Flanders Moss NNR
I was walking across the moss the other day and pulled up short when I found in front of me and whole patch of Wild Angelica (Angelica sylvestris). This is a large and very striking umbellifer – the scientific name for a large family of plants that includes the hogweeds, wild carrots, parsnips cow parsley and a whole load of others.
Wild angelica is in my humble opinion one of the most attractive of the umbellifers with umbrella like clusters of flowers called umbels that give it a delicately sculptured look and also a fine landing pad for the masses of insects that use the flowers.
Insects aren’t the only ones to make use of it. In the past the sweet tasting roots have been eaten, the seeds can be used as a culinary spice and the young leaves can be boiled and eaten as a vegetable or stewed with fruit or rhubarb. It has medicinal properties as well though caution should be applied as with many of this family of plants, Wild Angelica contains phototoxic compounds called furanocoumarins that may cause sensitivity to the sun and can also cause a rash or skin inflammation in some individuals.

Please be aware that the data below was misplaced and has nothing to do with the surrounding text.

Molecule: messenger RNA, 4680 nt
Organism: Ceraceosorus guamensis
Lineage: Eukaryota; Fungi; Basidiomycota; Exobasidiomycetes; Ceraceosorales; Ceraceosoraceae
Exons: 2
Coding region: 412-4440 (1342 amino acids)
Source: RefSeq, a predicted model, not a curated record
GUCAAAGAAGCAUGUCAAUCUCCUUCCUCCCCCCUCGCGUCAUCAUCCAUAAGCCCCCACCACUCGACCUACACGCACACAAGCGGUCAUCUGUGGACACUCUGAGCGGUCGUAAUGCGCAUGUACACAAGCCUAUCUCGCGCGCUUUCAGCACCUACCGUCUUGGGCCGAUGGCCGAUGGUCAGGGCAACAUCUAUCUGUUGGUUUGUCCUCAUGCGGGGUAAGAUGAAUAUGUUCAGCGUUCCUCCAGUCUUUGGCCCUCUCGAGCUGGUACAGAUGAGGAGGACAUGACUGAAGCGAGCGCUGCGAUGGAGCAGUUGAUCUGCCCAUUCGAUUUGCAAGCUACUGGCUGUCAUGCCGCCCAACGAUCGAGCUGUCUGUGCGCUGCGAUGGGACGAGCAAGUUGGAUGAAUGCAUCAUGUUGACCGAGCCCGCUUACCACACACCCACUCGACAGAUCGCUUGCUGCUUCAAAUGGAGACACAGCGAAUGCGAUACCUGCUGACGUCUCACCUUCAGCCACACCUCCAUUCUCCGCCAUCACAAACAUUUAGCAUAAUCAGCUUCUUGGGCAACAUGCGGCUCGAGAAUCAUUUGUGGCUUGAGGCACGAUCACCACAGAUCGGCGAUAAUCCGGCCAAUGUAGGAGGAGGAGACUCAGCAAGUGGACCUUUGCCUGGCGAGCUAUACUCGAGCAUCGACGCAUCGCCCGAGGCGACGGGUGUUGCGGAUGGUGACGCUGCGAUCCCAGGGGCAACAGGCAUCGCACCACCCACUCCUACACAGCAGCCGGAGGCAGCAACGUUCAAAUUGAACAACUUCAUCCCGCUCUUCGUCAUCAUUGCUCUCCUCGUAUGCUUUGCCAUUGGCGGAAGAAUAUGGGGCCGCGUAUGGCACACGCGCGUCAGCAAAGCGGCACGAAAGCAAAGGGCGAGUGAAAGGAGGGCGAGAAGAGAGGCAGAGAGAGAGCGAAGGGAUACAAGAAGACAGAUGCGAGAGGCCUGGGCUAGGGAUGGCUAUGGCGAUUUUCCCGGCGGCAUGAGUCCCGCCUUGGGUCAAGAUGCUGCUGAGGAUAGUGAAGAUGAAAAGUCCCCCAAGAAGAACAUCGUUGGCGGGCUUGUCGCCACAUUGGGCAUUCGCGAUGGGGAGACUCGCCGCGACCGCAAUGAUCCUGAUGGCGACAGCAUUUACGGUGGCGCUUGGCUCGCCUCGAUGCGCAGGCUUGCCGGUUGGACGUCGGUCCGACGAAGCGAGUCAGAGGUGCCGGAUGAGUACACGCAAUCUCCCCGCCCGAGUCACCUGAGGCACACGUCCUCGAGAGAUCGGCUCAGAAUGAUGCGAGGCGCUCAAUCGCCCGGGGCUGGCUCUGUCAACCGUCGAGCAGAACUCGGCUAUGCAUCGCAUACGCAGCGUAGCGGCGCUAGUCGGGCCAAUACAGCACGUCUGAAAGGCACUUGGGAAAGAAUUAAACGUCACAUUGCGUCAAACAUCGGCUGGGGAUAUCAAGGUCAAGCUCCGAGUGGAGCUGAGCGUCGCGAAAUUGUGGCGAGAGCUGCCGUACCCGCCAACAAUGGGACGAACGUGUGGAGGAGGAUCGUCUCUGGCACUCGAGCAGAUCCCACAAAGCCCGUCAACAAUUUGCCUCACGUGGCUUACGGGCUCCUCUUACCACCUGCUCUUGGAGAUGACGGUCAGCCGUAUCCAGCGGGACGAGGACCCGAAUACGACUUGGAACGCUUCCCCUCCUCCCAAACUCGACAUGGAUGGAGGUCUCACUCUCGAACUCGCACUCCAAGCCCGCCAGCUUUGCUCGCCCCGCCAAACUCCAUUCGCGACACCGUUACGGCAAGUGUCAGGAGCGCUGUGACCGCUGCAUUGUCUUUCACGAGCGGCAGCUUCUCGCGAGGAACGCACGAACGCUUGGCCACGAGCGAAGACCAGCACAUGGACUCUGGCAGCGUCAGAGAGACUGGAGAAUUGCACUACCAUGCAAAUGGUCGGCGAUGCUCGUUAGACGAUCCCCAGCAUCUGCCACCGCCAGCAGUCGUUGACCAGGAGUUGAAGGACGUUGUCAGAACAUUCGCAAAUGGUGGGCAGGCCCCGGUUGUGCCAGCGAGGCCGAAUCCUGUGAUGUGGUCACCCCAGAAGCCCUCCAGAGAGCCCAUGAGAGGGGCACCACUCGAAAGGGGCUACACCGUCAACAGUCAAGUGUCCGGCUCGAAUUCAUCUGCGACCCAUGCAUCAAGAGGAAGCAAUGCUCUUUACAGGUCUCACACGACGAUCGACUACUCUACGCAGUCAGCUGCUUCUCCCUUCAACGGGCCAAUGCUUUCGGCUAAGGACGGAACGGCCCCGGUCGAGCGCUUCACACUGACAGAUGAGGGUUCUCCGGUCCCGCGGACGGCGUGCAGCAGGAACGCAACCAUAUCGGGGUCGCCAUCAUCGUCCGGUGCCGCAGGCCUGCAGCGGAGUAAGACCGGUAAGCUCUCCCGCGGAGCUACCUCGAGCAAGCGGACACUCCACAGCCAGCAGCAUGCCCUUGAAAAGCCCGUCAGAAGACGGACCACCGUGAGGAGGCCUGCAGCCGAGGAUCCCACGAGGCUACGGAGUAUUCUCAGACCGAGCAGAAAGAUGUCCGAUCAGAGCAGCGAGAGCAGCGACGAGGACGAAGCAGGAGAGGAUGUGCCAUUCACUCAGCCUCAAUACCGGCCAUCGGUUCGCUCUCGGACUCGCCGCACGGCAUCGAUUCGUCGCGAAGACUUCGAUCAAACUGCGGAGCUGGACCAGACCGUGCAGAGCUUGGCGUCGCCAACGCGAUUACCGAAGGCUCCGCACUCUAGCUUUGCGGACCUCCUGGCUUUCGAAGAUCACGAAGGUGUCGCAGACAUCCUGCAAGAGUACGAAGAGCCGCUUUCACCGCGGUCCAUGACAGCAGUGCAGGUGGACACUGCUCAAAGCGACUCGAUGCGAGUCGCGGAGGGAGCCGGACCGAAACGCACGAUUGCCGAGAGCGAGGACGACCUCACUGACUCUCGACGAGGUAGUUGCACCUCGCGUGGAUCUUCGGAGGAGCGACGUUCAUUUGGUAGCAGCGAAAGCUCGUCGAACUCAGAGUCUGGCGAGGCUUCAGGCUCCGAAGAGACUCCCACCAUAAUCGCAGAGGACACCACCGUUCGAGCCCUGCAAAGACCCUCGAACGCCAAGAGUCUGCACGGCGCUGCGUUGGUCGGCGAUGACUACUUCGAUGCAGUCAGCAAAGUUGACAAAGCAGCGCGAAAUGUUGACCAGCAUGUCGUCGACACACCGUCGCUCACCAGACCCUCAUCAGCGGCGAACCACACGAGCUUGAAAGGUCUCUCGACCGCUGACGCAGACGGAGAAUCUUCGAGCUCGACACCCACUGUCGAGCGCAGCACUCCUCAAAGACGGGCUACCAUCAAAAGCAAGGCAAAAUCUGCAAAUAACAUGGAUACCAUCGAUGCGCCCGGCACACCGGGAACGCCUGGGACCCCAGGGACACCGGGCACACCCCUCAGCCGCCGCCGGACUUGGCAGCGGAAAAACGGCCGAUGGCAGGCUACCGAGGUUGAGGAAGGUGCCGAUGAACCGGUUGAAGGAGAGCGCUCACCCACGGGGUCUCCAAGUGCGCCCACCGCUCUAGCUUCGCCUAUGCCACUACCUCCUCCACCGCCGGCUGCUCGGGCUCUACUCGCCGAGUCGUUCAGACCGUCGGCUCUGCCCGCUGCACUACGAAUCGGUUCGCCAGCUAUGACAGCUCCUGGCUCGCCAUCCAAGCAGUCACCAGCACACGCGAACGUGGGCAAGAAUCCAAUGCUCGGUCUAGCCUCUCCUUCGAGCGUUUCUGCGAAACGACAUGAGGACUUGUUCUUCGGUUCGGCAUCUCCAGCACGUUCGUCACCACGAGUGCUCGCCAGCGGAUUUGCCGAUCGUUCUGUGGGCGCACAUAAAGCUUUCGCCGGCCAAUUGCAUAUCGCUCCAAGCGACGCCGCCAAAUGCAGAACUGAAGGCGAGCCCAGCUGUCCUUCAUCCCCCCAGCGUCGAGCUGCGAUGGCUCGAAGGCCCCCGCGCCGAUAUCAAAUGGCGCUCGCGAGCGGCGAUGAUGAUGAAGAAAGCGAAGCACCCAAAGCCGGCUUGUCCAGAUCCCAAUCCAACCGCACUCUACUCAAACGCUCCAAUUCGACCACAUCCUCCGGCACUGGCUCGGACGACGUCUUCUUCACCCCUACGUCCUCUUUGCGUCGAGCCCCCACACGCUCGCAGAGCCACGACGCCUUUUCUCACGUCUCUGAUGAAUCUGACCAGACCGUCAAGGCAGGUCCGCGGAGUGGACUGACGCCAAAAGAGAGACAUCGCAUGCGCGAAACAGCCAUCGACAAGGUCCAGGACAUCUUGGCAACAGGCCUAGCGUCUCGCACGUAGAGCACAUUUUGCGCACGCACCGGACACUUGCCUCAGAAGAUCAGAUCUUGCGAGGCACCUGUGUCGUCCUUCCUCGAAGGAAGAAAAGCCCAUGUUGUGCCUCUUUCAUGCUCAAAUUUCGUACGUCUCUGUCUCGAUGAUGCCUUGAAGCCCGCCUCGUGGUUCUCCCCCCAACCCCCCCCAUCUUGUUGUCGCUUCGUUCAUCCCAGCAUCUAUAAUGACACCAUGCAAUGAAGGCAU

So a useful and striking plant. But what caused me to pause was that it isn’t a bog plant yet a whole patch was growing in the middle of Flanders Moss. It can’t normally survive in the nutrient poor, acidic waterlogged conditions of bogs. So why was it here? Something must be different where it was growing.
And it turns out that though this patch is very, very wet, the source of the water is not just from the bog but is from springs on the glacial mounds on the west side of the moss. At one place water seeps out the heaps of sand and drains across the moss between the domes of peat, creating a water course called the High Moss Pow. This input of ground water from normal soils has a range of minerals in it that bog water doesn’t. This gives other plants a chance to survive and out compete bog vegetation hence this patch of Wild Angelica thriving in the middle of the moss.
You can tell an awful lot of what is going on in terms of soils conditions, geology, water quality, pH and soil richness just by looking at the plants growing on the surface. Read the plants and you can read what’s under your feet.